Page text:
After leaving school in early 2011, my income dropped off. I applied for the Ontario Disability Support Program (ODSP), and after a long wait time and a very invasive application process, I was living on social assistance. From my bed, I wrote a lot of sad poems and some funny ones that eventually became my first book, Slow States of Collapse. After nearly a decade of learning to live with my disabilities, and after admitting to myself I was, in fact, disabled, I thought, if I could write a book from bed, why couldn’t I finish my degree from bed too?

I started my undergraduate degree in 2007, the same year I first owned a computer. I had one full year credit to finish and over $1800 in tuition to pay. In 2020, after spending nearly a decade surviving on ODSP and learning to live and care for my body, the pandemic made the world more accessible. Suddenly the whole world shifted, and remote options that so many had been requesting for years were available. I was able to return to university from the comfort of my home and finish my degree. The final course I needed to take to finish my degree was supposed to be in person, but because of COVID, I was able to take it virtually.

Despite not having to step foot on campus, I found not a lot has changed since my initial stint in undergrad. Again, even though I had accommodations for extra time, I still had to push for what I was allowed with my professor. She told me to “work with my grain, not against it,” implying my time management skills were to blame and not my disabilities.

As a writer, I had honed my research and writing skills so returning to the actual work was easy. All my classmates were so young and idealistic. During our introductions, at the beginning of the first class, they all spoke of their plans post university and I felt a twinge of jealousy that I never got the same chance to be excited about my future at their age. I felt old but settled. I knew myself in ways they had yet to discover themselves. My body is not strong, but the core of my being is solid.

The same month I finished my final course credit I also went off of ODSP. I’m still disabled and still struggle physically and mentally, but over the last two years I have been the healthiest I’ve been since I was a teenager. I can work and write. It was scary to make the decision to end my support because there’s a very real possibility that I will have a relapse in the future and again it will be impossible for me to work outside of my home. On a sunny day in August of 2021 I found a cardboard tube wedged in my mailbox. Over the kitchen counter my partner filmed me opening it. Over his congratulations you can hear me say, “oh my god, it’s done.”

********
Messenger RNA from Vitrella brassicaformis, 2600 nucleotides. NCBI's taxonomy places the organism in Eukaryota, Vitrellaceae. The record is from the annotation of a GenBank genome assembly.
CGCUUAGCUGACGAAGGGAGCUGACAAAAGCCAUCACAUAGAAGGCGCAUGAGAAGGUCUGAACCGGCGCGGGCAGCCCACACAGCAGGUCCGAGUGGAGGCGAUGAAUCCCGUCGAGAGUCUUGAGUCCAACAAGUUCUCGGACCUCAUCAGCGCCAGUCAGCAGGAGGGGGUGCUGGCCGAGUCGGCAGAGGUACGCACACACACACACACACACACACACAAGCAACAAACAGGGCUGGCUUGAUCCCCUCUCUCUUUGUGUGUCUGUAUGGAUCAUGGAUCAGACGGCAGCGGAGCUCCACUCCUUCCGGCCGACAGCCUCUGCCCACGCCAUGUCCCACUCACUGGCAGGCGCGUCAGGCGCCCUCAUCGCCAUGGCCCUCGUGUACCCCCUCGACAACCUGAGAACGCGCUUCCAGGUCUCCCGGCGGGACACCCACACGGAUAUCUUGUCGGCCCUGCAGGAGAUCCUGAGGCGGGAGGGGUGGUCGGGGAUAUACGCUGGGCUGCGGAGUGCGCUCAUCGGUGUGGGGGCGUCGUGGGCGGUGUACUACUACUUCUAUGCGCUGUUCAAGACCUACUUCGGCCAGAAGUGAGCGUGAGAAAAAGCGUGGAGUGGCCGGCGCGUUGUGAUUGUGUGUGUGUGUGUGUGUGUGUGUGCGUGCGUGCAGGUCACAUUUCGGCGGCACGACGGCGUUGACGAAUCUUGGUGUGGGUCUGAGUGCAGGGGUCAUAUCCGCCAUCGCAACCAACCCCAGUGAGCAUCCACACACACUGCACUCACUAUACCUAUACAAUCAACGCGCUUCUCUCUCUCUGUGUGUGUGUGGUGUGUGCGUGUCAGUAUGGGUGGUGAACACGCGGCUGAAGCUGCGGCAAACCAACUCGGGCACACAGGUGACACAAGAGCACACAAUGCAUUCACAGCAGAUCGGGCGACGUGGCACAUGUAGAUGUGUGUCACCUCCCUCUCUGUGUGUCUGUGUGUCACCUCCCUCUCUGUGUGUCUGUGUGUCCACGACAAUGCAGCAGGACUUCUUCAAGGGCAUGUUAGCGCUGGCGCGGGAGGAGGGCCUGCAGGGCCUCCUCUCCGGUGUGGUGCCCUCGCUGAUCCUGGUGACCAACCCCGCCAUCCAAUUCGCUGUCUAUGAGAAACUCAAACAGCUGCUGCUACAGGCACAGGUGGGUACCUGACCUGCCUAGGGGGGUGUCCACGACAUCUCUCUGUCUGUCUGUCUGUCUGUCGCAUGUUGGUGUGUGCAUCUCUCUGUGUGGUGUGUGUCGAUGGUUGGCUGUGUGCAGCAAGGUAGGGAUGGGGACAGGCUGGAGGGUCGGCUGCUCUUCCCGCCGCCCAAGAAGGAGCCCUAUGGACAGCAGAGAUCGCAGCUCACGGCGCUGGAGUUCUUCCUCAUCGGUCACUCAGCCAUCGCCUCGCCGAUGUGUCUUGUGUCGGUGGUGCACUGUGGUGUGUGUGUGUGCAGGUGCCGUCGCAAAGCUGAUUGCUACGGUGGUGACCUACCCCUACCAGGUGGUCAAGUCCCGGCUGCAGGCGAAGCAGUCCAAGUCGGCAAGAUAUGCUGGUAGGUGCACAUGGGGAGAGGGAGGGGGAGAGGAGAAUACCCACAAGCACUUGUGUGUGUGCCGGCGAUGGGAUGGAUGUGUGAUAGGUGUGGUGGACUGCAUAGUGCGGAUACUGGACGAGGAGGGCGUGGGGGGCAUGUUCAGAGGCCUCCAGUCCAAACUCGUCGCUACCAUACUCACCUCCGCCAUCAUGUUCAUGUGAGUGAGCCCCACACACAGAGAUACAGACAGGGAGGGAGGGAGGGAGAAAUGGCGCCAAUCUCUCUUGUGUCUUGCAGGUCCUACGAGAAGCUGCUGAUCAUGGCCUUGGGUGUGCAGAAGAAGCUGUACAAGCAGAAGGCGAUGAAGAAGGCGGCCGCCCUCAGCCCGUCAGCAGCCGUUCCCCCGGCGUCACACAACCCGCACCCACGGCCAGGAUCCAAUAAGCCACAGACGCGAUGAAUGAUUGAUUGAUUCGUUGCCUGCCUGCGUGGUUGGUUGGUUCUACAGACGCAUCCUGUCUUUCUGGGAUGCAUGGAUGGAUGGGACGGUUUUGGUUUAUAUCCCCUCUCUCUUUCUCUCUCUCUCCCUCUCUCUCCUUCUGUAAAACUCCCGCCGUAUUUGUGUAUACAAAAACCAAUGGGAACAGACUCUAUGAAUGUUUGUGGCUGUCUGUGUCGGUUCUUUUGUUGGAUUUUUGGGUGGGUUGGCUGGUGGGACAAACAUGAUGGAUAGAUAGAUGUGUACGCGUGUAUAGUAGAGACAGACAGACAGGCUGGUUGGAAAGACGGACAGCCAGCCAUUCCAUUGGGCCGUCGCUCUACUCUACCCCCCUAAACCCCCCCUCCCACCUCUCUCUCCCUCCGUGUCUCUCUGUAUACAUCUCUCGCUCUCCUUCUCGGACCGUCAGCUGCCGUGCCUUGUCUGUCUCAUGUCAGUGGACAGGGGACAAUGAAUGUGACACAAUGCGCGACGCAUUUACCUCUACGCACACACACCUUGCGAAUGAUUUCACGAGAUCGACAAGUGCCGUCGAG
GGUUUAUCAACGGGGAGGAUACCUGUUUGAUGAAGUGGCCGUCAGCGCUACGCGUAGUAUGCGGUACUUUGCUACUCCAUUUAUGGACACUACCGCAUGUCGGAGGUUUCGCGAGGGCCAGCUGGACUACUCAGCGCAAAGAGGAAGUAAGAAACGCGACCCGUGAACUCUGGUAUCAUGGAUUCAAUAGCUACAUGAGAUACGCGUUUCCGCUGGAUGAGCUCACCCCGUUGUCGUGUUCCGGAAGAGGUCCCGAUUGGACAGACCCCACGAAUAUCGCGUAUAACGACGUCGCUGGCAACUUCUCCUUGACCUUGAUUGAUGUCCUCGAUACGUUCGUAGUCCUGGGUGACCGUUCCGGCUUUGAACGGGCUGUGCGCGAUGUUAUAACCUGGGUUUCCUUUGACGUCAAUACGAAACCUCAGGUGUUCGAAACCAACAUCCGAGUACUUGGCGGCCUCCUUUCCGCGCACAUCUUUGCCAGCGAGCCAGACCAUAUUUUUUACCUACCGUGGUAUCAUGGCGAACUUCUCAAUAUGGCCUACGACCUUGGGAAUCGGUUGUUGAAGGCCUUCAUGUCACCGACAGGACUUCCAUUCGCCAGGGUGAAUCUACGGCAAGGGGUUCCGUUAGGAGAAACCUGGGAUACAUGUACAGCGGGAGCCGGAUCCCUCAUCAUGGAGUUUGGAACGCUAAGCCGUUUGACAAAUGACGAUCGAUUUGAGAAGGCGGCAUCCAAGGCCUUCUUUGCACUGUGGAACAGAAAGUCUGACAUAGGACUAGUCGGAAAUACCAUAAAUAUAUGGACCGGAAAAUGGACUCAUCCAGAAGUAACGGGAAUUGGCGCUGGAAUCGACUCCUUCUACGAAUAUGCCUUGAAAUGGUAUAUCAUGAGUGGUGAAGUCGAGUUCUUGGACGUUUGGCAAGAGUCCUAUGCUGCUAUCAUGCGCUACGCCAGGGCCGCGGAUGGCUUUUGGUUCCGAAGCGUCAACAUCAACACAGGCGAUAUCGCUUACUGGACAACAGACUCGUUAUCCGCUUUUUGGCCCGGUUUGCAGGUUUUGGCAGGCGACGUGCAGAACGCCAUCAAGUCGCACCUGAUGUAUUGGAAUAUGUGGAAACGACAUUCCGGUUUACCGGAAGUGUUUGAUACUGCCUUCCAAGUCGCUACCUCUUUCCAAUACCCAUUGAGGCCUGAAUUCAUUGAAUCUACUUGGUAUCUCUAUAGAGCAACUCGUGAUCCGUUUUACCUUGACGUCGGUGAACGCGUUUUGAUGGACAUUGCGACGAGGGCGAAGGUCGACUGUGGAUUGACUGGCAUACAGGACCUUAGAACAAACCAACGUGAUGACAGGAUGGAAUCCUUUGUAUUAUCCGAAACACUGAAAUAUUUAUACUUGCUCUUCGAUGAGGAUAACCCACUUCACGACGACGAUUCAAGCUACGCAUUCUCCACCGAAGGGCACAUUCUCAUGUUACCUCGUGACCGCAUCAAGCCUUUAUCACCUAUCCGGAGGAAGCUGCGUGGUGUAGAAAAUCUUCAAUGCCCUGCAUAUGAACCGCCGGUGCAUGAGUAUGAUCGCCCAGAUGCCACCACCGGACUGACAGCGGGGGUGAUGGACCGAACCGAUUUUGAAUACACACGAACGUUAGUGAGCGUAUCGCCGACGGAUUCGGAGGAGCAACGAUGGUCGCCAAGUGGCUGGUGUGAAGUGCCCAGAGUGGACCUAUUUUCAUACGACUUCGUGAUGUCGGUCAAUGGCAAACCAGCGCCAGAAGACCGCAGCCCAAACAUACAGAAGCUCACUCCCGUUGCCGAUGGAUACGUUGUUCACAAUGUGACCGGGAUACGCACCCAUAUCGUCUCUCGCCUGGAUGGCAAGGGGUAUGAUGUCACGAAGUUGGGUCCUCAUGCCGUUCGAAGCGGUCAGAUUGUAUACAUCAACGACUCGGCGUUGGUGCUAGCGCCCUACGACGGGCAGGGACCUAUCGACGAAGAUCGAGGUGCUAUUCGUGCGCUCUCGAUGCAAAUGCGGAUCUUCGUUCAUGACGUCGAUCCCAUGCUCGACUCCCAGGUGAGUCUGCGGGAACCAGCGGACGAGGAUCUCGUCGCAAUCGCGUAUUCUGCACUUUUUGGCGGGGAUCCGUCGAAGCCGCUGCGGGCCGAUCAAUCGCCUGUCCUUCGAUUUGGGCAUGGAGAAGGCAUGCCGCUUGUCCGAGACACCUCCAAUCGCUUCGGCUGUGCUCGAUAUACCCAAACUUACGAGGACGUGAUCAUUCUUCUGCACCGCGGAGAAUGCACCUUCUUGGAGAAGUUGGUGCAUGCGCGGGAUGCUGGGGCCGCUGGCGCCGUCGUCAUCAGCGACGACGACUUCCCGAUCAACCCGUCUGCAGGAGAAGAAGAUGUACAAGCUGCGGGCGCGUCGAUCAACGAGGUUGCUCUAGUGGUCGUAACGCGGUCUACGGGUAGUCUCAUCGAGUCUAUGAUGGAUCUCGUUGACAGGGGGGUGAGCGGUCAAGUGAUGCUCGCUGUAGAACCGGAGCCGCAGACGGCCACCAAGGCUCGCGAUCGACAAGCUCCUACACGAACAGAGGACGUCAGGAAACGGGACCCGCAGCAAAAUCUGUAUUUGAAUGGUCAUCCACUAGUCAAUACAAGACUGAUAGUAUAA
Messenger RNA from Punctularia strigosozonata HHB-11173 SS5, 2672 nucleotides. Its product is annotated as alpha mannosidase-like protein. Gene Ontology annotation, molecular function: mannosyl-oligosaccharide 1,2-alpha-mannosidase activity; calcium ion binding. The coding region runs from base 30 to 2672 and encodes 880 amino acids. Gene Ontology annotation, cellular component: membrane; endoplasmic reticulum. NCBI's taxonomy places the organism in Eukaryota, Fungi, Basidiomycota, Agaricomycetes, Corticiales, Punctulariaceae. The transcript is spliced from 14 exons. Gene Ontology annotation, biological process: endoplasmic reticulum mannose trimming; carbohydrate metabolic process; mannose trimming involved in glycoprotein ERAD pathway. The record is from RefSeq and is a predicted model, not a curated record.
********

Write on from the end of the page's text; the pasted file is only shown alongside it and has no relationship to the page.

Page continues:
I’ve been told I’m resilient, and I’ve come to dislike that word. I’m not sure I want to be praised for surviving a system that actively worked against me. Instead, we should be examining how effective the systems set up to help people at their most vulnerable actually are.

At this point in my life, I’ve been able to get by pretty well without a degree. I can’t think of a single time that someone asked me where I went to school, or to see that very expensive piece of paper. Earning this degree was for me. I went back and finished to prove that, given the right resources and support, I can succeed. I hold compassion for the other life I didn’t get to live, where I’m healthy and pain-free, but I didn’t get that one. I pick myself up again and again and keep reaching for what I want in this one big precious life I do have.


Subscribe to our newsletters for our very best stories, recipes, style and shopping tips, horoscopes and special offers.

By signing up, you agree to our terms of use and privacy policy. You may unsubscribe at any time.

This site is protected by reCAPTCHA and the Google Privacy Policy and Terms of Service apply.